// The Valuation Office Agency says almost 2000 appeals are made on a weekly basis over business rates bills
// Altus Group says “the settlement rate must increase significantly during 2020” in order to help businesses
// Government should change the law to reduce the maximum response time for appeals from 18 months to six months – argues Altus Group
Almost 2000 appeals a week are made by companies over their business rates bills, according to official statistics by the Valuation Office Agency (VOA).
In the final three months of 2019 a total of 23,660 premises liable for business rates appealed over their bills.
That figures brings the total number of “Checks and Challenges” by retailers, bars, restaurants and offices for the year to 164,050 since a revaluation of business rates came into effect on April 1 2017.
For those premises where issues could not be agreed at the “Check” stage, under a three-stage process, those formal appeals moved to the “Challenge” stage.
Critics have also said the system is now too complex and time-consuming, so that many give up with appeals altogether.
To exacerbate matters for retailers, the VOA has 18 months to respond before a tribunal can take place.
Businesses must continue trading throughout that time and hope to remain solvent.
“The new system introduced in 2017 has resulted in very low volumes compared with the previous revaluation cycle but, with less than 14 months left in which to take action, we expect to see a dramatic, potentially threefold, increase in appeals,” said Altus Group president of expert services Alex Probyn.
“The settlement rate must increase significantly during 2020 so as to ensure ratepayers benefit from tax reductions on meritorious cases as quickly as possible,” added Probyn.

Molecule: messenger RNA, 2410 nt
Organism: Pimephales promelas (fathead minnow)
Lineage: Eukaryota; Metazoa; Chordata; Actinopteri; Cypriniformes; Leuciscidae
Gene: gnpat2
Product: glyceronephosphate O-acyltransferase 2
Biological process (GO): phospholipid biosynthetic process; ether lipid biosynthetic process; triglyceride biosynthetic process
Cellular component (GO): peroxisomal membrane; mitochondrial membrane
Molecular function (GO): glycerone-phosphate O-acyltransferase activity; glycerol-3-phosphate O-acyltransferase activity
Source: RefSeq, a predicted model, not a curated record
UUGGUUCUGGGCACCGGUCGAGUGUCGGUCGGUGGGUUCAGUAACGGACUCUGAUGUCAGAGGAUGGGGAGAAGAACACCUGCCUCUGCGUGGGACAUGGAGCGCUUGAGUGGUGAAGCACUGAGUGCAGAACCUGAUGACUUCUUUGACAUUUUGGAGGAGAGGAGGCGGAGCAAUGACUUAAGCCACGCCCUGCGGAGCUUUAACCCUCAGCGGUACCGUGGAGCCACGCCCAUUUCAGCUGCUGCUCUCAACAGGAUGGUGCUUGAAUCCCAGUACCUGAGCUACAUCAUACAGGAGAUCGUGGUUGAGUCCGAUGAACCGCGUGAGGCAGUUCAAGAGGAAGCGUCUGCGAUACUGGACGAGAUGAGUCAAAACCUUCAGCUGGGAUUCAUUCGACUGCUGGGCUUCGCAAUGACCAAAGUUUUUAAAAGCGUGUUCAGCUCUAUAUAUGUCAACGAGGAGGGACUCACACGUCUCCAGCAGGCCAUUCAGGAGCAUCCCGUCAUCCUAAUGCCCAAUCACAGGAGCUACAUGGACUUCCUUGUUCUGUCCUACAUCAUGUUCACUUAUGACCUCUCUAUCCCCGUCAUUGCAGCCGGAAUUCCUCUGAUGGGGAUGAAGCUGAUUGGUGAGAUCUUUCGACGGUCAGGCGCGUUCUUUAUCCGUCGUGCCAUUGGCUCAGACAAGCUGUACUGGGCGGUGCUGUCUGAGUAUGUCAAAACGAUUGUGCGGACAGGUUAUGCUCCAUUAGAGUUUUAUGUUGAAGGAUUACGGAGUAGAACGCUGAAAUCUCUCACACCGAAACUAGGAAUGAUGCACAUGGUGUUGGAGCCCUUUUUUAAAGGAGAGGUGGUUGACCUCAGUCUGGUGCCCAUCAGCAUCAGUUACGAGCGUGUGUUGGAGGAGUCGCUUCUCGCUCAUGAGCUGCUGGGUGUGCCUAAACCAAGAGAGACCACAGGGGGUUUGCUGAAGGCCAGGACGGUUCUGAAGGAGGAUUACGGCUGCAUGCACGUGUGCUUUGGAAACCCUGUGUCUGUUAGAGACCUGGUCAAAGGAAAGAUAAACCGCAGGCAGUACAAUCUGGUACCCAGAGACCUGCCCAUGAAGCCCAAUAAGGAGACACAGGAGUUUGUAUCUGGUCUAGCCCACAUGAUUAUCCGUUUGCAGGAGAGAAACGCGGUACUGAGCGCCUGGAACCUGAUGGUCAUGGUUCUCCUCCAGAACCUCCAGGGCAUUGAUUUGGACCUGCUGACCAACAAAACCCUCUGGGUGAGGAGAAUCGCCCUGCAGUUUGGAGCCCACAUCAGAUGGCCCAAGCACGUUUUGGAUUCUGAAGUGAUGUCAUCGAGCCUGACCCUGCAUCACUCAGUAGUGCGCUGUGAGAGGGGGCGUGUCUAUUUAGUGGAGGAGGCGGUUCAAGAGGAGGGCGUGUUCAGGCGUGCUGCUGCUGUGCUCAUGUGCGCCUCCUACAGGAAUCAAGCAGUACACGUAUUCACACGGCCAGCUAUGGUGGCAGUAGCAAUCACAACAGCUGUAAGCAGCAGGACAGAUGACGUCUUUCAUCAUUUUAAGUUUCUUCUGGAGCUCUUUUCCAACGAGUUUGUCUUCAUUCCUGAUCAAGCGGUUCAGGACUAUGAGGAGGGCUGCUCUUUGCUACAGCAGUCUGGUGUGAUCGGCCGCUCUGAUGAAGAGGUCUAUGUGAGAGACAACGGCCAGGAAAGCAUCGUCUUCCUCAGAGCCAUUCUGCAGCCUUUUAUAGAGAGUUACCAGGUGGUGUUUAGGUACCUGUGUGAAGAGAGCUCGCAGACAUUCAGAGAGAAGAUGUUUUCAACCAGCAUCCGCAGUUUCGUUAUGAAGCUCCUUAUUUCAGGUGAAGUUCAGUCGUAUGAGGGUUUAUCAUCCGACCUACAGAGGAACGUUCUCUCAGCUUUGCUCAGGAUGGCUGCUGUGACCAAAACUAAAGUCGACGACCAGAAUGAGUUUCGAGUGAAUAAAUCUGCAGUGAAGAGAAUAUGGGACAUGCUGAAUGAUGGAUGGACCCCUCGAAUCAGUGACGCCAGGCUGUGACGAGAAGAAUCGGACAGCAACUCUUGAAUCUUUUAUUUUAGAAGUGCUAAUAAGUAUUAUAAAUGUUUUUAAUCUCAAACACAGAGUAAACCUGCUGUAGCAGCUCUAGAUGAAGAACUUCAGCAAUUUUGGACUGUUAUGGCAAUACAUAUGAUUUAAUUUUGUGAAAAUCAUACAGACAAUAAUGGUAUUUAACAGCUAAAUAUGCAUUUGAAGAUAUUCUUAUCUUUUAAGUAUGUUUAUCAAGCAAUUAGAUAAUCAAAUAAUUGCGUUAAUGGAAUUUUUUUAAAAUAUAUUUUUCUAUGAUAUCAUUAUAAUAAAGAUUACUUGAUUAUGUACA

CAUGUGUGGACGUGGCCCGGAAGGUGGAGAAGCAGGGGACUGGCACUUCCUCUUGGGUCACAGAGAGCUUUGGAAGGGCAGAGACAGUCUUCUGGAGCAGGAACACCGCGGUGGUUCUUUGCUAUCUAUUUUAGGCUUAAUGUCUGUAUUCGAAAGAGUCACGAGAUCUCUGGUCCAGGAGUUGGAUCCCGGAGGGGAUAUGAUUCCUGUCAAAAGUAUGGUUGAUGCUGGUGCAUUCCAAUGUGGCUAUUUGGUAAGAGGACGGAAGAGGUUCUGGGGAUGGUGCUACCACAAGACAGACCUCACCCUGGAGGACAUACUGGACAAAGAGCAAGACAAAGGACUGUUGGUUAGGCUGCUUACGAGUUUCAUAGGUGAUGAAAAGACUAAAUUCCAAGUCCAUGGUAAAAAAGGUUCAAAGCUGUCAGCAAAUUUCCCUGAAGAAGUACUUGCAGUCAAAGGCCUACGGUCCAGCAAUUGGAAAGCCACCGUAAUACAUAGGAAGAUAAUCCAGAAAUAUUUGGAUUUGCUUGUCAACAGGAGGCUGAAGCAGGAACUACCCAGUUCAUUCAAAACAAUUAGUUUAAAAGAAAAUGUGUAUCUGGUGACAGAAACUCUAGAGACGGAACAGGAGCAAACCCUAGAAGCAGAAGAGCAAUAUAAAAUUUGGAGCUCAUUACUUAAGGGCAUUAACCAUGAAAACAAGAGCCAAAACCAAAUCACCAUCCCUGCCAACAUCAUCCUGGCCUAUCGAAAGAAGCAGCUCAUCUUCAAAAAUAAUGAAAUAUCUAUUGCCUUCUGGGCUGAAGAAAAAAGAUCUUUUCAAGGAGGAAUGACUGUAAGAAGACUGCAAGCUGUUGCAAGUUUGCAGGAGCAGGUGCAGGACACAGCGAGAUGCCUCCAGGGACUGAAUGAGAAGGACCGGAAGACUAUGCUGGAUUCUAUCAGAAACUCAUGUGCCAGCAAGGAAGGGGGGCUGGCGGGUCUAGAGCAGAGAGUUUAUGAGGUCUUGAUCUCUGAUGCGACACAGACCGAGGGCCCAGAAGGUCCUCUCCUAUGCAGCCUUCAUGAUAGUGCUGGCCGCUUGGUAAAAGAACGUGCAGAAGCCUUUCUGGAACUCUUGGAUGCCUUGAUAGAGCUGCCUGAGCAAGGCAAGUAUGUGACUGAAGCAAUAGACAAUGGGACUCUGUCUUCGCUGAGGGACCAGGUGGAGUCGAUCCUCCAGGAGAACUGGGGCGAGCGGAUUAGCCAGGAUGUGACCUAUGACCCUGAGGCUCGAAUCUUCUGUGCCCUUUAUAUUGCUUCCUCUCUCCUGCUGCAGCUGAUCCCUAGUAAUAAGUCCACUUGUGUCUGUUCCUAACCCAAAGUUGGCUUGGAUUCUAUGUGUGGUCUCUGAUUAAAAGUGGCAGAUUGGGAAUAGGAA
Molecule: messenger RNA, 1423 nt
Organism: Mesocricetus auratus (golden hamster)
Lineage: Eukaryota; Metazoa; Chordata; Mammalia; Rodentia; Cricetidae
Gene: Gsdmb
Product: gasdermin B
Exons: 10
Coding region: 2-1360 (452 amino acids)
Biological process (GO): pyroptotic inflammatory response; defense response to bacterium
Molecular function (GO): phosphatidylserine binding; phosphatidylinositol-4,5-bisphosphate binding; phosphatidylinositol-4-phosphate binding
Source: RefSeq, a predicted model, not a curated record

Retailers have criticised the current business rates system for intensifying the decline on the high street by placing high cost pressures on shops, pubs and cinemas.
Last year Prime Minister Boris Johnson said his Government would launch a fundamental review of the business rates tax and ensure the overall tax burden is reduced as a result of that review.
The Conservative manifesto of 2019 outlined plans to reduce the rates burden by £320 million in the 2020-21 financial year, by extending a retail discount from 33 per cent to 50 per cent for businesses with a rateable value below £51,000.
However, Altus Group has previously pointed out that for the three following years, the manifesto said it will only reduce total tax receipts by £10 million each year.
This compares to a business rates yield of more than £33 billion for each year from 2021-22, meaning the rates cut will only reduce the burden by 0.03 per cent.
This week Probyn implored that concrete plans need to be in place for retailers.
“The situation is salvageable but more resource must be found now for the VOA which is being asked to do more with less,” explained Probyn.
“The Government should also look to immediately change the law to reduce the maximum response time from 18 months to six months.”
With PA Wires